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03 June 2024

EV News: ZEV Mandates Lowering Prices, and 'More Chargers Needed'

Welcome back to our weekly EV news round-up, where we scour the web to find the biggest stories in EV from the week so that you don’t have to.

In this week’s round-up, we’ll be covering:

ZEV mandate driving down price of new EVs

According to the latest AutoTrader report tracking the UK’s progress in the adoption of EVs, the ZEV mandate introduced at the start of the year is already having a positive impact in reducing EV prices.

The research shows that three-quarters of new electric vehicles are currently being advertised with a discount, with average prices falling for seven in ten new models as automakers bid to boost sales in line with the targets.

Below is a list of some of the biggest price drops:

A table showing the biggest price reductions brought on by the ZEV mandate

*source: transport & energy

These reductions come in a market in which new sales shares have gone up, but are widely understood to be driven by the fleet and business sectors. Private buyers make up for around 1 in 10 EV purchases in the UK, with ad views tripling the rate of genuine EV interest on AutoTrader.

It isn’t all bad news for the private buyer market, however. While these figures suggest a gap in demand for new vehicles, the secondhand market is reporting consistent growth as consumers often cite the pricing of new cars as one of the key barriers to adoption. 

With used car sales accounting for two-thirds of the UK’s auto trading figures, it makes sense that most uptake in the private market comes from used car sales - especially as the UK awaits the arrival of a slew of lower-price alternatives.

‘More chargers needed’: report says UK install rate must double

A study from market analysis company Cornwall Insights has concluded that the UK needs to double the speed of EV charger installation to meet the expected rate of EV adoption by 2030.

Data from Cornwall Insight’s Electric Vehicle Country Attractiveness (ECVA) Index shows that as of the end of March 2024, the UK had just over 60,000 installed charge points; compared to the Government-set target of 300,000 public installations by 2030.

Between April 2023 and March 2024, the UK installed an average of 1,300 new EV charge points each month. In order to meet the Government’s 2030 target, the UK must install an average of 2,800 chargers each month; more than double the current rate.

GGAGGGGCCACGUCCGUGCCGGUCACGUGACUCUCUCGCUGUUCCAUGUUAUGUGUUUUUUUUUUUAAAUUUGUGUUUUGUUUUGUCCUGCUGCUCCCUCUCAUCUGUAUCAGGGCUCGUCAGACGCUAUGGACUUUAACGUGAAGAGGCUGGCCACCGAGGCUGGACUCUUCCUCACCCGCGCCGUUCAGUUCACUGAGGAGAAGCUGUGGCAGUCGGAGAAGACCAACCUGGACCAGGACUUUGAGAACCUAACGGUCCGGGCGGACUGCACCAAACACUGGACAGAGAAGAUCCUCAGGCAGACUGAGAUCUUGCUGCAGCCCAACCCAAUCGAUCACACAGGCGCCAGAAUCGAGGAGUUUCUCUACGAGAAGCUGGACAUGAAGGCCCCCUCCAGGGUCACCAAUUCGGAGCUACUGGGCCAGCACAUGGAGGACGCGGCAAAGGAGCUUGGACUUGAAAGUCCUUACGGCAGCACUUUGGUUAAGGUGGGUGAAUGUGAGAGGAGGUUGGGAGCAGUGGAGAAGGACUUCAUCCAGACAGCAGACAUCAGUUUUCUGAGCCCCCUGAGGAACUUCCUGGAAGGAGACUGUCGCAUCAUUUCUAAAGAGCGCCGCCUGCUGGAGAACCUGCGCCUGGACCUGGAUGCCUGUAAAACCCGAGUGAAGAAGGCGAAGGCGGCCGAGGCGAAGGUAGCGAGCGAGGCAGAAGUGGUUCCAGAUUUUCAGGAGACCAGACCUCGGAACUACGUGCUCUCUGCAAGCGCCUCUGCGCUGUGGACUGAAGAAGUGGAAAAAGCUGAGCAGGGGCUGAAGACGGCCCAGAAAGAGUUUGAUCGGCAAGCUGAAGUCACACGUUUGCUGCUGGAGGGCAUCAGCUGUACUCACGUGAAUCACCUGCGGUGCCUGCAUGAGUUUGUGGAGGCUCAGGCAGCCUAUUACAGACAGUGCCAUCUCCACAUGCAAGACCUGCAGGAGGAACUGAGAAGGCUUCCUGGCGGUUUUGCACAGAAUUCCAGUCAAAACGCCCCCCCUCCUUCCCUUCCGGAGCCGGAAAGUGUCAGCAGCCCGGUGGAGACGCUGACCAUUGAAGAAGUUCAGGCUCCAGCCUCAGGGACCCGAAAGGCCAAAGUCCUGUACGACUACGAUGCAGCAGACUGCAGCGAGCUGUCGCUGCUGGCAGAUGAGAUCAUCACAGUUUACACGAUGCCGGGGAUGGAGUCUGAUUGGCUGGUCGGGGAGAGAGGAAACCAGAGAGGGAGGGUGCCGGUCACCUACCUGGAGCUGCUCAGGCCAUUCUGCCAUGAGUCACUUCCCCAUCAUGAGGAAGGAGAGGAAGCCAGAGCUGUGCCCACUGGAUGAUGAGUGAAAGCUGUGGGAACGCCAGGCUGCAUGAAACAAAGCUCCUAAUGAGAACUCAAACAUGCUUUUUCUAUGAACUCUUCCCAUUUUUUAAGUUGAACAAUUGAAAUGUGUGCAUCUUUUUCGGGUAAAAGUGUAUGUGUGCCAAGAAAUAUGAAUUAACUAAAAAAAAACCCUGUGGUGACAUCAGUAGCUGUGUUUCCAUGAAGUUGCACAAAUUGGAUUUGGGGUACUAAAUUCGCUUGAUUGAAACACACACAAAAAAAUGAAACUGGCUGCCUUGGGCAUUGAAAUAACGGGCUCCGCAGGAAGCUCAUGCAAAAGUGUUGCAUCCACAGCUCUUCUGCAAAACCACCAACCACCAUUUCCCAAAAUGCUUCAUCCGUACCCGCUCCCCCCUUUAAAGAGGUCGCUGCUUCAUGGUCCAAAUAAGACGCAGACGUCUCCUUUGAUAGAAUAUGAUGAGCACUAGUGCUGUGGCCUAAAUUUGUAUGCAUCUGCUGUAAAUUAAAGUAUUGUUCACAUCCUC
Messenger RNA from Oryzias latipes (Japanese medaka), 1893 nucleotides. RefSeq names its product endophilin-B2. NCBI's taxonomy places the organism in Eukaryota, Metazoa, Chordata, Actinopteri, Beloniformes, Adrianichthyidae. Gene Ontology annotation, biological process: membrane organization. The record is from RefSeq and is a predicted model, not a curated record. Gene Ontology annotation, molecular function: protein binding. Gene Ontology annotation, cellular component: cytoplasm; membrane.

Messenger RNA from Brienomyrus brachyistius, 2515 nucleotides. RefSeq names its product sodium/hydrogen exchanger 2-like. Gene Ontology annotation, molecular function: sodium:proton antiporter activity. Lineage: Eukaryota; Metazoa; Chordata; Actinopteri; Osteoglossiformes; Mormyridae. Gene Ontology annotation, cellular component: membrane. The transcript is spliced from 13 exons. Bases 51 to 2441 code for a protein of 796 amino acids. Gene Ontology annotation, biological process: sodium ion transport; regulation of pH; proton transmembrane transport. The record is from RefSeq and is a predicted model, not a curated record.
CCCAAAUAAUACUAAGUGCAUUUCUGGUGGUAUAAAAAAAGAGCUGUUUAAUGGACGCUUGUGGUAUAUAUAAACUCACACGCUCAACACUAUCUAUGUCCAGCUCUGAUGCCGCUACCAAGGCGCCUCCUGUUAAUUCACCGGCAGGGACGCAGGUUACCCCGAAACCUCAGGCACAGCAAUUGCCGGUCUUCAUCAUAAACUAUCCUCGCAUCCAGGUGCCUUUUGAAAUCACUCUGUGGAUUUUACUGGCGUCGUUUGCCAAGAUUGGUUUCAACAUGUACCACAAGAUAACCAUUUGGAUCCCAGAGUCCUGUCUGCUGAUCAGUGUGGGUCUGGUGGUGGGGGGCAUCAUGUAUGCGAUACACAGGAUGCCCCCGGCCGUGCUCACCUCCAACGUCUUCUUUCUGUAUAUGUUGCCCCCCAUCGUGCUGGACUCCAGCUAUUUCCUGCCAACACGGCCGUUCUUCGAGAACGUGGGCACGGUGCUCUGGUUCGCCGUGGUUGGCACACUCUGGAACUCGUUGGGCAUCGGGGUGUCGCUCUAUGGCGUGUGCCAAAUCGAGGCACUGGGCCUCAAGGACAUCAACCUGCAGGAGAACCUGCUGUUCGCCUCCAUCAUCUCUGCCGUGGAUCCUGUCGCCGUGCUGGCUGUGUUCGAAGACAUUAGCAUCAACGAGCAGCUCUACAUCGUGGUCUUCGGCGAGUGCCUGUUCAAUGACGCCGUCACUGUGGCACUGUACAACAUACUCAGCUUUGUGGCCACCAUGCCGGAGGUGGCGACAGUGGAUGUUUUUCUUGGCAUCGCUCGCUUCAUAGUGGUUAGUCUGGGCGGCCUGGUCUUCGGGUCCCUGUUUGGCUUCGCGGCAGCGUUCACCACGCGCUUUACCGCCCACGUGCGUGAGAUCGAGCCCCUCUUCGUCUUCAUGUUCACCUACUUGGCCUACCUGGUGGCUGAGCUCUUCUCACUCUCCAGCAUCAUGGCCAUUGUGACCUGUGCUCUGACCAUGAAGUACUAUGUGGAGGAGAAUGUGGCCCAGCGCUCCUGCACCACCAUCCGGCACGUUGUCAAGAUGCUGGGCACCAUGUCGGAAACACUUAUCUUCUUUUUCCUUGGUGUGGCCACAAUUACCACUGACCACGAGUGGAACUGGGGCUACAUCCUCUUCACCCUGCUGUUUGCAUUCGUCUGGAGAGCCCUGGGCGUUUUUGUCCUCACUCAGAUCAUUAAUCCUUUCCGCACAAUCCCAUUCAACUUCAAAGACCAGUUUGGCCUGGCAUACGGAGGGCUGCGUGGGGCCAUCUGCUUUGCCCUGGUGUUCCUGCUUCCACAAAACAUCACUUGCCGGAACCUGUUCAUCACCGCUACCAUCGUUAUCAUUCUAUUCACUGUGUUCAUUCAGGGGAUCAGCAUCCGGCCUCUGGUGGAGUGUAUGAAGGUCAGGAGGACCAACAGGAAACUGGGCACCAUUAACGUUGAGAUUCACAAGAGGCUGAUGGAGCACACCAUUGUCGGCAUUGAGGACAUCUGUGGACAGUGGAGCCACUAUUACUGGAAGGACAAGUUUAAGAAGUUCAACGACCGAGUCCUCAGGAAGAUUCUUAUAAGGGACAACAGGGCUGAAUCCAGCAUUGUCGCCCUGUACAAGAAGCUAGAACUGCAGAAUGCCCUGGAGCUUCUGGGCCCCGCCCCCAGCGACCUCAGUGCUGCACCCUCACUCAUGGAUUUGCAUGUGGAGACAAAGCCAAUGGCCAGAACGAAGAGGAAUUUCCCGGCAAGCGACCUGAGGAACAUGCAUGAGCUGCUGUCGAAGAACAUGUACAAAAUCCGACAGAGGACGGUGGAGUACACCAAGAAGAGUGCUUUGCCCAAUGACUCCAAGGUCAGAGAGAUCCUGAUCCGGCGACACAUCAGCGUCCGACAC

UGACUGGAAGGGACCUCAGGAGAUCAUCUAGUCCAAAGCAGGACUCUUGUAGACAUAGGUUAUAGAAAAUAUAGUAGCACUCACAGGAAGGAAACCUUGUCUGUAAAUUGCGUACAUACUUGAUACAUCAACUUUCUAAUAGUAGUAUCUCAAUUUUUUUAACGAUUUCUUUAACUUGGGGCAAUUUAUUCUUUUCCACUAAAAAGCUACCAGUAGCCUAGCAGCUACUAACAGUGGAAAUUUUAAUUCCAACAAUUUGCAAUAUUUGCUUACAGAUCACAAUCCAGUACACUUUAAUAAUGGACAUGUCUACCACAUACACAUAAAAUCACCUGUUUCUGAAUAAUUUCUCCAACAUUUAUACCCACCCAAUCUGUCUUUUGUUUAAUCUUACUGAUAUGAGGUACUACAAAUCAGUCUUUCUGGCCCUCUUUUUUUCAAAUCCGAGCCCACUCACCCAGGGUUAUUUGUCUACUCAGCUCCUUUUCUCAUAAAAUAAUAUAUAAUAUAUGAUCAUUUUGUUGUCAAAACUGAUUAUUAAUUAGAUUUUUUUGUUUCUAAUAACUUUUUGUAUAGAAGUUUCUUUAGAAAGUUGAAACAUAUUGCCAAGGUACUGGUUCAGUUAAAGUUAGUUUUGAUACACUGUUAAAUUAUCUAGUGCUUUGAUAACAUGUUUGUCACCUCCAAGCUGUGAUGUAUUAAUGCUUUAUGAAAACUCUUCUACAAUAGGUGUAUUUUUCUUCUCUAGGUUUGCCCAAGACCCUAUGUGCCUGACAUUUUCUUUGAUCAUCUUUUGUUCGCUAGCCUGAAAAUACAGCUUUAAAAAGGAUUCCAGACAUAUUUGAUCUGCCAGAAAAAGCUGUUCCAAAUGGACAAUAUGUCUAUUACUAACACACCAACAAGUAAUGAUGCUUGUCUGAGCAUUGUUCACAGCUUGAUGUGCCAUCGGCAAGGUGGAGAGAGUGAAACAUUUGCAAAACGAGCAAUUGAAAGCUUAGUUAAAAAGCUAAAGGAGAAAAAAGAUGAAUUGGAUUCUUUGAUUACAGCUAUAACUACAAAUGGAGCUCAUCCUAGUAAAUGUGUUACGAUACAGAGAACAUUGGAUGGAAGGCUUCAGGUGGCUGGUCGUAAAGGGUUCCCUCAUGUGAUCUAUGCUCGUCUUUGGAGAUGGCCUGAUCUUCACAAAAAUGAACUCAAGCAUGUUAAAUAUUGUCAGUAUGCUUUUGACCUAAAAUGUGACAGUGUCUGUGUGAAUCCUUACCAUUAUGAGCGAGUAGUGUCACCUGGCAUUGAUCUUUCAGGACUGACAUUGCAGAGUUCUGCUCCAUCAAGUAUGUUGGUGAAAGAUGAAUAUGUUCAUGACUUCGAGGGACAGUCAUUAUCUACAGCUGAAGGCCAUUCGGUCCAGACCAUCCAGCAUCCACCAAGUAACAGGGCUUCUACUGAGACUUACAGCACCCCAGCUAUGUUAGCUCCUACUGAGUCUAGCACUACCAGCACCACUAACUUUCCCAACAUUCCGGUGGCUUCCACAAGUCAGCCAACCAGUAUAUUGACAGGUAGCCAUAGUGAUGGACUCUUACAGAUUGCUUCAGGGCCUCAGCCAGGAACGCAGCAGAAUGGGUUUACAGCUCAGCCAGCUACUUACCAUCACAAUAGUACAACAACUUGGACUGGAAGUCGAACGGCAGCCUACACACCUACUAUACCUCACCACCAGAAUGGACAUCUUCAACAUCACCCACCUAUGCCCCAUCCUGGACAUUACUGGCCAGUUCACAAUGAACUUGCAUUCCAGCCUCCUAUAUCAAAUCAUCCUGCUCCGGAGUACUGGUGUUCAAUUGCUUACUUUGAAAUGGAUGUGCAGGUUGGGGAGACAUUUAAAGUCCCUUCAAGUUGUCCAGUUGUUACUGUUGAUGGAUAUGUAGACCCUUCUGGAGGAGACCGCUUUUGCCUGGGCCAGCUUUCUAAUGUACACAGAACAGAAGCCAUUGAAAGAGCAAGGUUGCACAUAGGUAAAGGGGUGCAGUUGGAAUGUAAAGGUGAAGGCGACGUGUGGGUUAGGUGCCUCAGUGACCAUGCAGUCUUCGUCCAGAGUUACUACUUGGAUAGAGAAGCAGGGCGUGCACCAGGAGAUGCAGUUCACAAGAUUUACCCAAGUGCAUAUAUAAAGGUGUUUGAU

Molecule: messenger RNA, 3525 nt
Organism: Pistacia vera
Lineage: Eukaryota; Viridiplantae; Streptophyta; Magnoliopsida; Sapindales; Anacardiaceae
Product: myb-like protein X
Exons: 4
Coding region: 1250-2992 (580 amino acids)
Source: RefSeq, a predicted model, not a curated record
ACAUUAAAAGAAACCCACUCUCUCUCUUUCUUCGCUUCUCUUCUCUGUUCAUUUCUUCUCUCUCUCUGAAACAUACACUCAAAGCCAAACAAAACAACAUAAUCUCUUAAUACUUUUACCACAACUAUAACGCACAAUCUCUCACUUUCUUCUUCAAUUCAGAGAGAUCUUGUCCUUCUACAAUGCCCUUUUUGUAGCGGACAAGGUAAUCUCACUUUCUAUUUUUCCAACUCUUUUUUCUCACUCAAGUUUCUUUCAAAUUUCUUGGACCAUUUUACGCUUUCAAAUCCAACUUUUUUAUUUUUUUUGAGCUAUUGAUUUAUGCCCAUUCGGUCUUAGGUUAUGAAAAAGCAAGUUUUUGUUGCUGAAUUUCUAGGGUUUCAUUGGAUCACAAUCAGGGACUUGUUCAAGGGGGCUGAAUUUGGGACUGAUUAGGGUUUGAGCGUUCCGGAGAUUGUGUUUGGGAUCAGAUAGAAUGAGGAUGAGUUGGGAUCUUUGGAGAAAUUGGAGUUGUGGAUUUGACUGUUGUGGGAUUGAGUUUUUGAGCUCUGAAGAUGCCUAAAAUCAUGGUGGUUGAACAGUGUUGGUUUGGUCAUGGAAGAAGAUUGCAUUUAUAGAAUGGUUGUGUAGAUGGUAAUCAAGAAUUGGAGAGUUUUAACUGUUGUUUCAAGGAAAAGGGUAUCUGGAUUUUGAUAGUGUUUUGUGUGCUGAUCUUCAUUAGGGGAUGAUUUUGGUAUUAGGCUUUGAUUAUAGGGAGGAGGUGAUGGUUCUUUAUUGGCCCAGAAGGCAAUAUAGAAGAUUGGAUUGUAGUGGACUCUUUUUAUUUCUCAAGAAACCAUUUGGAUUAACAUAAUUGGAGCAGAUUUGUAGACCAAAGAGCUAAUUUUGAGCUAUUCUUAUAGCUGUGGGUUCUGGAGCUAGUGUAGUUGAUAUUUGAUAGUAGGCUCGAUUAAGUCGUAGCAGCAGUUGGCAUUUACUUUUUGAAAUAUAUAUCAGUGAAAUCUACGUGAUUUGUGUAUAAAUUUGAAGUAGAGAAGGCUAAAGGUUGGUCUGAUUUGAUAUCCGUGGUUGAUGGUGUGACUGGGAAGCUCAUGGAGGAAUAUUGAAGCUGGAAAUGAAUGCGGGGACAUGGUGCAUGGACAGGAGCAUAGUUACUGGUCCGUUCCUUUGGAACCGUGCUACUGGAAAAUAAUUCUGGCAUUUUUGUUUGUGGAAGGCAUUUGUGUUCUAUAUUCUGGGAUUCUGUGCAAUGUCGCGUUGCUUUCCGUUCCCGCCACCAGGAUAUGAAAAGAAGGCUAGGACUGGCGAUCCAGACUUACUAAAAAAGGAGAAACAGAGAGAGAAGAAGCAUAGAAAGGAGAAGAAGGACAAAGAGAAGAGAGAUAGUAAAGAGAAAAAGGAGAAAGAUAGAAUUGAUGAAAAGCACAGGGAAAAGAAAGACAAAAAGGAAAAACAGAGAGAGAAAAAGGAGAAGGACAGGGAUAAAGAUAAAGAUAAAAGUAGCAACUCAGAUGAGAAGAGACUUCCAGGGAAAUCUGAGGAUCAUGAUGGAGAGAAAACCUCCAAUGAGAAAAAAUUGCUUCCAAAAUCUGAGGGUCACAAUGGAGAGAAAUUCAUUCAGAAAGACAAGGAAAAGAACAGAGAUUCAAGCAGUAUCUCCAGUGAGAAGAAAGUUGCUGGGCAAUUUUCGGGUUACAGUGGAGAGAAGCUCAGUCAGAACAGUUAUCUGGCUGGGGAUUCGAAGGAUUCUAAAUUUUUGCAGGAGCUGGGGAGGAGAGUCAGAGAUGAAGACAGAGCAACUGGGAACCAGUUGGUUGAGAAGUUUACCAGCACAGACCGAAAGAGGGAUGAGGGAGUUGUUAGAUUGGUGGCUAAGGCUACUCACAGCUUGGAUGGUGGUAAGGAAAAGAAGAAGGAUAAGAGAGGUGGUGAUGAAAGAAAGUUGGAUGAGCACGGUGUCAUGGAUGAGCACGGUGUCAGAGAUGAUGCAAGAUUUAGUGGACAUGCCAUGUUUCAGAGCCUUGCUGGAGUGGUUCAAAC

The report has however been met with skepticism from a large section of the online EV community. Former Volkswagen Fleet Manager and EV expert David Watts wrote on a popular LinkedIn thread: “Within the industry, it is widely recognised that the 300,000 was an arbitrary number that seems to have no science behind it.”

“The focus on 300,000 ignores the millions of home chargers that we will have by 2030 - if you can charge at home then most people will rarely use the public infrastructure.”

Watts added: “It also ignores the impact that will come from electrifying a proportion of the four million workplace charge points. If you can't charge at home but commute a couple of times a week to work and can reliably charge there then, again, most people will rarely use the public network.”

To add to this, ZapMap figures state that 54% of the current infrastructure has been installed since the beginning of 2022. In that sense, we’ve already seen installations ramp up significantly to meet an increase in demand. When taking into account Watts’ point about home charging likely serving a huge proportion of charging needs, and the opportunity to make use of workplace chargers or convert private organisation chargers for public use, then the picture painted is instead one that the UK is much more prepared for increased mass adoption than the report headline perhaps suggests.

Beckham-backed EV firm restarts operations

David Beckham-backed EV firm Lunaz has reopened its operations this week, following a cease in production.

The firm, founded in 2019 by David Lorenz, converts classic cars and trucks to run on electricity.

Its previous halt in production came at the start of the year, blaming the Government’s decision at the end of 2023 to delay the implementation of an ICE sales ban for 2030 to 2035 as the main reason for shutting shop. 

At the time, Lunaz said it was "currently restructuring to adjust its business and operations in response to shifting market dynamics".

The conversion of commercial vehicles will continue under the up-cycled Electric Vehicles brand, with trials of the first products taking place this summer.

The first trials will include the world’s first fully up-cycled and electrified 26-tonne commercial trucks, operating as refuse collection vehicles.

Mr Lorenz said: "We are delighted to have worked with our clients and stakeholders to create a new structure that lays the foundations for the long-term sustainable growth of the business.”

"This ensures we are ready to meet immediate demand for vehicle electrification services and are fit to scale in direct response to volume requirements as major markets build towards legislative bans on internal combustion engine commercial vehicles.”


That’s all for our slightly shorter round-up this week.

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